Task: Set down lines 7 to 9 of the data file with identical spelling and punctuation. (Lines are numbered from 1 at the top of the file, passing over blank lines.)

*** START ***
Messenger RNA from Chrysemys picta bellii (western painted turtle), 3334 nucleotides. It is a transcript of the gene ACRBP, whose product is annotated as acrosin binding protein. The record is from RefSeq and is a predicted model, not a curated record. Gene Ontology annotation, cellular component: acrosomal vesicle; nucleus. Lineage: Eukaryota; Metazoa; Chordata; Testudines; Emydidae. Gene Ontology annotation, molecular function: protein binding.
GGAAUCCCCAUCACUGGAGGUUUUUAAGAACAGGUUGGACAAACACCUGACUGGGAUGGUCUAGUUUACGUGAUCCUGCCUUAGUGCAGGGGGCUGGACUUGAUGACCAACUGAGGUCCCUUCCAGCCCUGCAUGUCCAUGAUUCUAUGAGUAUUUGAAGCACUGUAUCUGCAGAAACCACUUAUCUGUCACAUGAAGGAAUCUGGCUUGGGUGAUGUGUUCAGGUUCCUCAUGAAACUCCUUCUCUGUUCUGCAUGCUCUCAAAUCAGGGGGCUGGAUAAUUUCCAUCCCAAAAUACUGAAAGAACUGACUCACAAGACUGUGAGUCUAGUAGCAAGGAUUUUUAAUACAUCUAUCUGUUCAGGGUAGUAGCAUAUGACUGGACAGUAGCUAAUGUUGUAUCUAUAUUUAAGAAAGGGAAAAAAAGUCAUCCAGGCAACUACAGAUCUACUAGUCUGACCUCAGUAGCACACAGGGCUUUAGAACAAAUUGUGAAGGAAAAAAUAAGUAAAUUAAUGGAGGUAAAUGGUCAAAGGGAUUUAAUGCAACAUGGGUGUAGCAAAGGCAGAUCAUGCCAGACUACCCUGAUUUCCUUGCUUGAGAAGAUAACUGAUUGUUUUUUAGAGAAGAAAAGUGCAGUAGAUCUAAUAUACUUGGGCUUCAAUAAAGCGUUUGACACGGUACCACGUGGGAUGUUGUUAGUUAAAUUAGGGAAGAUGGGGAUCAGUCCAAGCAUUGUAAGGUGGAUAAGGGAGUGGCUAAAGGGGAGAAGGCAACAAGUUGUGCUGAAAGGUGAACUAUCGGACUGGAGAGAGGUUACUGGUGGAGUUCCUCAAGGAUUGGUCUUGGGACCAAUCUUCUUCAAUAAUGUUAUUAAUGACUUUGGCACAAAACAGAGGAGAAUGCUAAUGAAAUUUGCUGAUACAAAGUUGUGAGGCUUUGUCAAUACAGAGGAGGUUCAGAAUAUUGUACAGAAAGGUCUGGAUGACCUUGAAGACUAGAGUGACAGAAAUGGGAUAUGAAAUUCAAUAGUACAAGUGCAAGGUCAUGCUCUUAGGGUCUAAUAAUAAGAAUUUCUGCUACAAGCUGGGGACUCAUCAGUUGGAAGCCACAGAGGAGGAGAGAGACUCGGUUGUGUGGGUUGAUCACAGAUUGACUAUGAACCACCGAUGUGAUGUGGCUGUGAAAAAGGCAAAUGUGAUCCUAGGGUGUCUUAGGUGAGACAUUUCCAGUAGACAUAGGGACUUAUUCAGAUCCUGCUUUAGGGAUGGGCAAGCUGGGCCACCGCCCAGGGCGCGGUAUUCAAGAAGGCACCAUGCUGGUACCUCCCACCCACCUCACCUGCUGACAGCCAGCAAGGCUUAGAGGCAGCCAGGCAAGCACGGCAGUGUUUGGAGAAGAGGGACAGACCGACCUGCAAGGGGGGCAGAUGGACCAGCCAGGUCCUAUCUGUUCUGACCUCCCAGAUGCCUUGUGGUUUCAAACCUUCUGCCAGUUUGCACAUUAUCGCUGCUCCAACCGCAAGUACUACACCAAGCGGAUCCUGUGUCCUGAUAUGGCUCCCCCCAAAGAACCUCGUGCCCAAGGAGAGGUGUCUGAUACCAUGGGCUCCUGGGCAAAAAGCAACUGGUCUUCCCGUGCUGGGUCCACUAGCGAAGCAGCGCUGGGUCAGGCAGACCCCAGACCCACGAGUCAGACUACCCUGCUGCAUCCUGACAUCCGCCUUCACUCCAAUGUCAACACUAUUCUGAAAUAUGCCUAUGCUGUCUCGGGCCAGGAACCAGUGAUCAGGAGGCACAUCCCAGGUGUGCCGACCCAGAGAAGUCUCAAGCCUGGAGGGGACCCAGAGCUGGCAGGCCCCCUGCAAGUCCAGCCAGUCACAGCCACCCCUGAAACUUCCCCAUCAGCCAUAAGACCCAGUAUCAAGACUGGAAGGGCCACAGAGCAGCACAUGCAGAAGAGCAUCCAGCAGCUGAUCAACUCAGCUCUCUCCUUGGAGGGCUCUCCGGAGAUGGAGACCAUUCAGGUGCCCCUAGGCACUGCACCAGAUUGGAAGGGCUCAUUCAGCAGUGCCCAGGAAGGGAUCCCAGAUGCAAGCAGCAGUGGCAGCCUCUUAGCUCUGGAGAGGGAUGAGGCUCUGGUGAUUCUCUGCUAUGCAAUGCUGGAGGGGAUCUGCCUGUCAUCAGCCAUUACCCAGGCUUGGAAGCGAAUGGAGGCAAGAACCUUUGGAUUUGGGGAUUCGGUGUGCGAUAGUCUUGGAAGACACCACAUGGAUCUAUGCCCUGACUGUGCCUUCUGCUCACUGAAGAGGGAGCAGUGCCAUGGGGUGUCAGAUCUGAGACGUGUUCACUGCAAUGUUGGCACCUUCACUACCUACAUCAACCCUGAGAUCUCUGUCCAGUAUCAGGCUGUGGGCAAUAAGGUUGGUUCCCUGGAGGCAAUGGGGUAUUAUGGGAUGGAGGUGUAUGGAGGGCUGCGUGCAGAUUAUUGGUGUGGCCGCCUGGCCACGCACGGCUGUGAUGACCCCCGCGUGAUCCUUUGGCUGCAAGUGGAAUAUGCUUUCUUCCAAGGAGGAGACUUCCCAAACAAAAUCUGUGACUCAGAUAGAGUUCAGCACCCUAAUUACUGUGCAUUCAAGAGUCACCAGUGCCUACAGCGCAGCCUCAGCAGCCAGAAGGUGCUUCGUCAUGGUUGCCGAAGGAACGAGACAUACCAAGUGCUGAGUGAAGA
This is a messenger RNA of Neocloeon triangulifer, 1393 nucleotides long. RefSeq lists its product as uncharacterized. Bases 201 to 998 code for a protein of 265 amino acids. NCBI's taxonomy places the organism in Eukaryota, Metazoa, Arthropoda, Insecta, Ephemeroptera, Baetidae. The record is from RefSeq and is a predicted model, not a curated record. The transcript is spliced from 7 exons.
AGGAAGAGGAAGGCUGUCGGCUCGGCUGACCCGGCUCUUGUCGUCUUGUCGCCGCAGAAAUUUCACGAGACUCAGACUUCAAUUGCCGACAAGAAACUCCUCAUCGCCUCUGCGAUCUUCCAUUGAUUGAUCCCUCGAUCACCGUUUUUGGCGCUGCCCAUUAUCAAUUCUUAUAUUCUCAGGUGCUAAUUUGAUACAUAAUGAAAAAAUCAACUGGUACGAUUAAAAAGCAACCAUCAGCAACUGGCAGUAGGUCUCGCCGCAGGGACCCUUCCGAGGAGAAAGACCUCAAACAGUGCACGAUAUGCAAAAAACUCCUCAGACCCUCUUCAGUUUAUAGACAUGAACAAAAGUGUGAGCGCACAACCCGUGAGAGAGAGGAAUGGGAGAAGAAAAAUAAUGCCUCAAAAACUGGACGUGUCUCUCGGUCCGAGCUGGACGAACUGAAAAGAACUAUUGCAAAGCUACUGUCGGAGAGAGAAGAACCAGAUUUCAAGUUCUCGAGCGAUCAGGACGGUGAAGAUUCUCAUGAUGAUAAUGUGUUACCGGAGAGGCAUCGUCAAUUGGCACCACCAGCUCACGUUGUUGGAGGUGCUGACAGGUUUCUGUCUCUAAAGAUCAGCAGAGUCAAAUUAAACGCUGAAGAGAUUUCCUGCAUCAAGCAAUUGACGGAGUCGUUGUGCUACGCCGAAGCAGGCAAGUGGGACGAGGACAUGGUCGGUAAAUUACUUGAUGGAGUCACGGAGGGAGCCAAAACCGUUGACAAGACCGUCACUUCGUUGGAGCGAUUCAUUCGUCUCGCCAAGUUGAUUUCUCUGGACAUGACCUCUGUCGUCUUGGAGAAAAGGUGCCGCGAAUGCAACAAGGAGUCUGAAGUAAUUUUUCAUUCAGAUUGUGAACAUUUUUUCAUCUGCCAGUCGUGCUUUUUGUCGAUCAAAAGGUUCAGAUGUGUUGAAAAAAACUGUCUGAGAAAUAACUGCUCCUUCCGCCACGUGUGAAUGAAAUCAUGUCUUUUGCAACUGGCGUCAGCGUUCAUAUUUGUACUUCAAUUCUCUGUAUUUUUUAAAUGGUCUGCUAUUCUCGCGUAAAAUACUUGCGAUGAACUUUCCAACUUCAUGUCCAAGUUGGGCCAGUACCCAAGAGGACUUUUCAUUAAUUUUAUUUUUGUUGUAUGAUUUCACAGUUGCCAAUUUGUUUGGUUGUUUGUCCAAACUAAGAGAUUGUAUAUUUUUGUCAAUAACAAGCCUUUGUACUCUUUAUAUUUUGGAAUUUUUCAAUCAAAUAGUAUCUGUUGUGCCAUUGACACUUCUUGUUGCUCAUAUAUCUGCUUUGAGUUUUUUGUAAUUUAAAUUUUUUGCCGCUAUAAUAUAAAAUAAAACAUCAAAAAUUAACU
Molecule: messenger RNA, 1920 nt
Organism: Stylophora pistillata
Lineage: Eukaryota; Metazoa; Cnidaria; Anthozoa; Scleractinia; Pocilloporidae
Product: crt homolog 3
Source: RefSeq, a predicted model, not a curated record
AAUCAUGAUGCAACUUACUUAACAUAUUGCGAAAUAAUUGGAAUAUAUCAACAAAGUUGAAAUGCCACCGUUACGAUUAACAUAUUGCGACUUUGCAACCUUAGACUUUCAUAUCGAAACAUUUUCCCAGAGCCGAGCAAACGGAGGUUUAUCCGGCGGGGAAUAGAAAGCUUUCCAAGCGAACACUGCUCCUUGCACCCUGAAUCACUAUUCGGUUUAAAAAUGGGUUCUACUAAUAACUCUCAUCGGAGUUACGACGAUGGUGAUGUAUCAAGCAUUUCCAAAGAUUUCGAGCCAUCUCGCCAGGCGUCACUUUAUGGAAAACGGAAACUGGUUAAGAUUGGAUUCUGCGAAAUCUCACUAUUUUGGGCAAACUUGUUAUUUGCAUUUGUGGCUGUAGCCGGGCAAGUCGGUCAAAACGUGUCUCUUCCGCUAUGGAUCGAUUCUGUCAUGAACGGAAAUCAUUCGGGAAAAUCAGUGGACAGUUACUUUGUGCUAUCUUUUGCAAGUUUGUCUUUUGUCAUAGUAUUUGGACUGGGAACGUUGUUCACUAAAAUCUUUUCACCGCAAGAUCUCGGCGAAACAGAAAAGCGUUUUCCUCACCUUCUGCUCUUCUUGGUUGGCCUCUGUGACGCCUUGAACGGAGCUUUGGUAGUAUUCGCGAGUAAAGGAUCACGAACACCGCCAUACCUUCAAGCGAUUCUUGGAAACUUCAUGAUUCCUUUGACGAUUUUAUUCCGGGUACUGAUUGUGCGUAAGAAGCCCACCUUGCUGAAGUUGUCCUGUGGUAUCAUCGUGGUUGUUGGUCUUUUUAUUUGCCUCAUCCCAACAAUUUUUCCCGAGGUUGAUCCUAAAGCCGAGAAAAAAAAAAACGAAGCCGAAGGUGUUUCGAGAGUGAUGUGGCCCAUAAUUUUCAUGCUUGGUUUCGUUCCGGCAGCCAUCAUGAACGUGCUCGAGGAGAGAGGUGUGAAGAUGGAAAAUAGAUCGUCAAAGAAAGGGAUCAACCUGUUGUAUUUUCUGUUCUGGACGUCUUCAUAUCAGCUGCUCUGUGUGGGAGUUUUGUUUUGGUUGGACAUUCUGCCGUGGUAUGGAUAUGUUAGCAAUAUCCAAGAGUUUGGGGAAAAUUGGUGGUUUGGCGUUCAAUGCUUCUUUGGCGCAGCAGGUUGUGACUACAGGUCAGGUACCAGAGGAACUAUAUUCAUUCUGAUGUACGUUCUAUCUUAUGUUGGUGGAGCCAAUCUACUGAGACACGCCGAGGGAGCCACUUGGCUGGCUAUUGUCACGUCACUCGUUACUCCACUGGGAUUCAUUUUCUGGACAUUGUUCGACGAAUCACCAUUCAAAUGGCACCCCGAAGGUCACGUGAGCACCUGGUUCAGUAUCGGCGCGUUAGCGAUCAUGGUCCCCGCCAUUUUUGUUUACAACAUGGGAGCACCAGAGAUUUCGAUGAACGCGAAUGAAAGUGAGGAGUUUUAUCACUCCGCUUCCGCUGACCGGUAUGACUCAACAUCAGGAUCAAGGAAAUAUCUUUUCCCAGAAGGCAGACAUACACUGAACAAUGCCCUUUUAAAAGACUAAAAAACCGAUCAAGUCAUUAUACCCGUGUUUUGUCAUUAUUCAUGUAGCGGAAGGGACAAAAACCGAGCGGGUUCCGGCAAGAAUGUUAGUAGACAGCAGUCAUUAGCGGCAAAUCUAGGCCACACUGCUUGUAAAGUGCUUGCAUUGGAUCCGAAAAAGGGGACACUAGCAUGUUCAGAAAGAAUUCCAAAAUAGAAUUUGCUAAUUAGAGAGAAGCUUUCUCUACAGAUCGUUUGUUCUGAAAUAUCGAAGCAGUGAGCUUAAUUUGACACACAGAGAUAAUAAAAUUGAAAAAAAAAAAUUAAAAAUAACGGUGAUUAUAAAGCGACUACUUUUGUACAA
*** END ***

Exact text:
Lineage: Eukaryota; Metazoa; Cnidaria; Anthozoa; Scleractinia; Pocilloporidae
Product: crt homolog 3
Source: RefSeq, a predicted model, not a curated record